In the 1990s, the skill-set required by asset management professionals was vastly different. The investment universe consisted primarily of equities and bonds. Alternative asset classes like hedge funds and private equity were accessible only to high net worth individuals and some particularly sophisticated pension funds.
Balanced managers were hired to outperform benchmarks, not produce outcomes. And investment professionals were hired from various disciplines outside of finance.
Now, of course, all that has changed. Globalisation, demographic trends, a low yield environment, and technological drivers means the industry has become far more specialised and outcome-orientated.
“We live in a much more data-rich society. The skill-set required for investment professionals has become much more about data analytics and understanding and manipulating large data sets efficiently,” explains Sarah Dudney, client partner at The Buy-Side Club, the talent strategy and recruitment firm.
It is no surprise then, to see that financial designations have had to evolve over the last 25 years. Take the Investment Management Certificate (IMC), for example. The qualification, which turns 25 this year and is offered by CFA Society of United Kingdom, is now more quant-focused than it has ever been. Themes like ESG and ethics are also playing a wider part in the curriculum, which they did not do 25 years ago.
“We have a panel of practitioners and academics who work in the industry and feed in their opinions to keep us relevant. It’s important that we address how the industry is evolving in what we offer,” says says Tim Scholefield, chair of the IMC Panel at CFA Society of United Kingdom.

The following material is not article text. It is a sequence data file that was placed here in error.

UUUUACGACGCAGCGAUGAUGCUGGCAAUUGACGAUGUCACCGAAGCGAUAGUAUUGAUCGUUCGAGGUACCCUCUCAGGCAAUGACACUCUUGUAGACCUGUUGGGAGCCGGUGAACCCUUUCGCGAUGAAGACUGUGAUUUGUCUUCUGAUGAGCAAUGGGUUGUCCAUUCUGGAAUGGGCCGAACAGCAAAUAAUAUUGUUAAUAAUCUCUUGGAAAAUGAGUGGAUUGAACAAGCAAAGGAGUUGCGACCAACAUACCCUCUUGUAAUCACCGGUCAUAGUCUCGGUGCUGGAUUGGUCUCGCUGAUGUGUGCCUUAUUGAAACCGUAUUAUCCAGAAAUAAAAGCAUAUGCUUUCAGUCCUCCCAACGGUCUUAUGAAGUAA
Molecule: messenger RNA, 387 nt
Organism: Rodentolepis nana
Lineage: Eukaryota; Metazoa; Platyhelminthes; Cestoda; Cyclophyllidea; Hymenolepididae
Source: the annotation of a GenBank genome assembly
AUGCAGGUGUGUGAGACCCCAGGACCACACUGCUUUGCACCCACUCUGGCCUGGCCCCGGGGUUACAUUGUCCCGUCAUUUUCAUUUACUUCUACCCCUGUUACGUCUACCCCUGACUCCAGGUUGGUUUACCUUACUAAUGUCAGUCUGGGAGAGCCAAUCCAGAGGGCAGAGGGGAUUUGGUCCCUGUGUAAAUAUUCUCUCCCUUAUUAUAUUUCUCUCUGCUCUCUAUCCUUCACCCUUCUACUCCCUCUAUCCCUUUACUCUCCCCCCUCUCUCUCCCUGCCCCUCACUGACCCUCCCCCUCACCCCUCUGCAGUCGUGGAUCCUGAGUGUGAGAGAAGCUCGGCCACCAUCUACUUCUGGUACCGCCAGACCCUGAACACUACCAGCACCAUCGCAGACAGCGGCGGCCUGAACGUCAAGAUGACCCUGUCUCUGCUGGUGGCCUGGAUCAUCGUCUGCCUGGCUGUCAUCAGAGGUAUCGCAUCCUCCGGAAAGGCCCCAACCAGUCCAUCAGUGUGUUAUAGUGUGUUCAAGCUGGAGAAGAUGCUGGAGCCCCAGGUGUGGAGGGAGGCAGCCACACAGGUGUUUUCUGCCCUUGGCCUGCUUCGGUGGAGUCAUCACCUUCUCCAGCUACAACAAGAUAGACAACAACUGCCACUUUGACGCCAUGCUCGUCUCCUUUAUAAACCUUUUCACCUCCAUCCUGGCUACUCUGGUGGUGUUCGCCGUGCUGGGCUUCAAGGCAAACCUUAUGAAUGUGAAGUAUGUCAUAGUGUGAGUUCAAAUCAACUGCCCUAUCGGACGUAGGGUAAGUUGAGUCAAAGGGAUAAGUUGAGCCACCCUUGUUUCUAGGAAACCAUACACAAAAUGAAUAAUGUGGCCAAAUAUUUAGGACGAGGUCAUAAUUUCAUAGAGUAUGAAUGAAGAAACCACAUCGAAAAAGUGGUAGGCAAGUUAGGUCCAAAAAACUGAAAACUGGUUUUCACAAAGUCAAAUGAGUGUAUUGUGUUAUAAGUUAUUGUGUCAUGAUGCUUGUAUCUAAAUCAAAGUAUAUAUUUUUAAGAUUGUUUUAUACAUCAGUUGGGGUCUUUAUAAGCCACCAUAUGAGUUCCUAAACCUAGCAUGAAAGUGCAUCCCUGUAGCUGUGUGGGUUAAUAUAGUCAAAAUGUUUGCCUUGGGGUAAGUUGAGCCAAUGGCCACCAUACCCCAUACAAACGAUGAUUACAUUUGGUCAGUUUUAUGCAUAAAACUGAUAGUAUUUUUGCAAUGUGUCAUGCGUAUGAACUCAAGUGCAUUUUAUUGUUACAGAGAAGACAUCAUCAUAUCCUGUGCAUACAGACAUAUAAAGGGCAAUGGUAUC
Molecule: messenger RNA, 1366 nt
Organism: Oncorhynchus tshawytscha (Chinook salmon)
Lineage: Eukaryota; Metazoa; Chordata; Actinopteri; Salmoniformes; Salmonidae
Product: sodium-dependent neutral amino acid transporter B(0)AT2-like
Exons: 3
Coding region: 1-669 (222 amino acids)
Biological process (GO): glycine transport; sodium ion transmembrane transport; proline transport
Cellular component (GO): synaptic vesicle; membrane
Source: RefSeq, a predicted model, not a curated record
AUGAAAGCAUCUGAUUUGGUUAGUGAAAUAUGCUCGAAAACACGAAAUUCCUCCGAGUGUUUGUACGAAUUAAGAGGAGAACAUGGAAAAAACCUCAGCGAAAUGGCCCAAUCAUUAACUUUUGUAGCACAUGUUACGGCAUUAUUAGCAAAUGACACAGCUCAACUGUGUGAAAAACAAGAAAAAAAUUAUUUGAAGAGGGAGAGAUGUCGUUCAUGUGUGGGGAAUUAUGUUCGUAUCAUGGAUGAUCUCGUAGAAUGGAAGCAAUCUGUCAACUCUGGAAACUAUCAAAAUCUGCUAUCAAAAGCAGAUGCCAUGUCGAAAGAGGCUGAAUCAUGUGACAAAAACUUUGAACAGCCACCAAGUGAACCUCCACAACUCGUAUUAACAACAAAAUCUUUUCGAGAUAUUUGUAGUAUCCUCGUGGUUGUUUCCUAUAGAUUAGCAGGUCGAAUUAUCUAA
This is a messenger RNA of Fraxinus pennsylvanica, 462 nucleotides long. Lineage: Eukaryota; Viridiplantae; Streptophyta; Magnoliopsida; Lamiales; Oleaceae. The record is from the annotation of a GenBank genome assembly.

Jeremy Smith, head of benchmark exams at Kaplan Financial, which provides training for the IMC, says it is about providing much needed context to new entrants into the industry. “To me, the qualification would allow new entrants to add context to where they fit into the industry and to their role. It’s not about having all the answers, but it’s about knowing when to ask questions,” he says.
Graduates of the IMC say it can help in different ways. For Ben Harrop, change manager at Schroders, it was about understanding the industry. “I arrived in Schroders after sixteen years in the British Army in September 2018. As I work on programmes that affect multiple parts of the business, I felt an understanding of the asset management industry (including formal qualification) was vital in terms of helping me learn the language of the industry and gain credibility working both internally and with external third-parties,” he explains.
He believes the IMC will help with his career progression. “Going forward the qualification will potentially enable lateral movement within Schroders, as it demonstrates an understanding of and aptitude for investment management,” he says.
For Doina Ceban, who is working in an investment risk role at an insurance company, it was about getting some insight into investment management as a whole. “I graduated with an economics degree and the IMC was really targeted for an investment professional. There were specific sections on risk and return. It talked about different risk modelling techniques and analysing an investment in terms of risk and reward trade-off, so that was helpful,” she explains.
According to Dudney, a qualification is like a ‘good housekeeping badge’ that gives participants a fundamental framework to understand the key principals in the industry. “On top of that everybody has to understand the complexities of the business, whether it’s passive, or developments in active, trends going on in ESG, or data analytics. You have to have a real polymath mind and you have to be relentless in learning and asking what things mean for investment,” she says.
Want to find out more about future proofing your career with the Investment Management Certificate? Sign up for a free webinar on 26th February 2019 – hosted in partnership with CFA Society United Kingdom and Kaplan.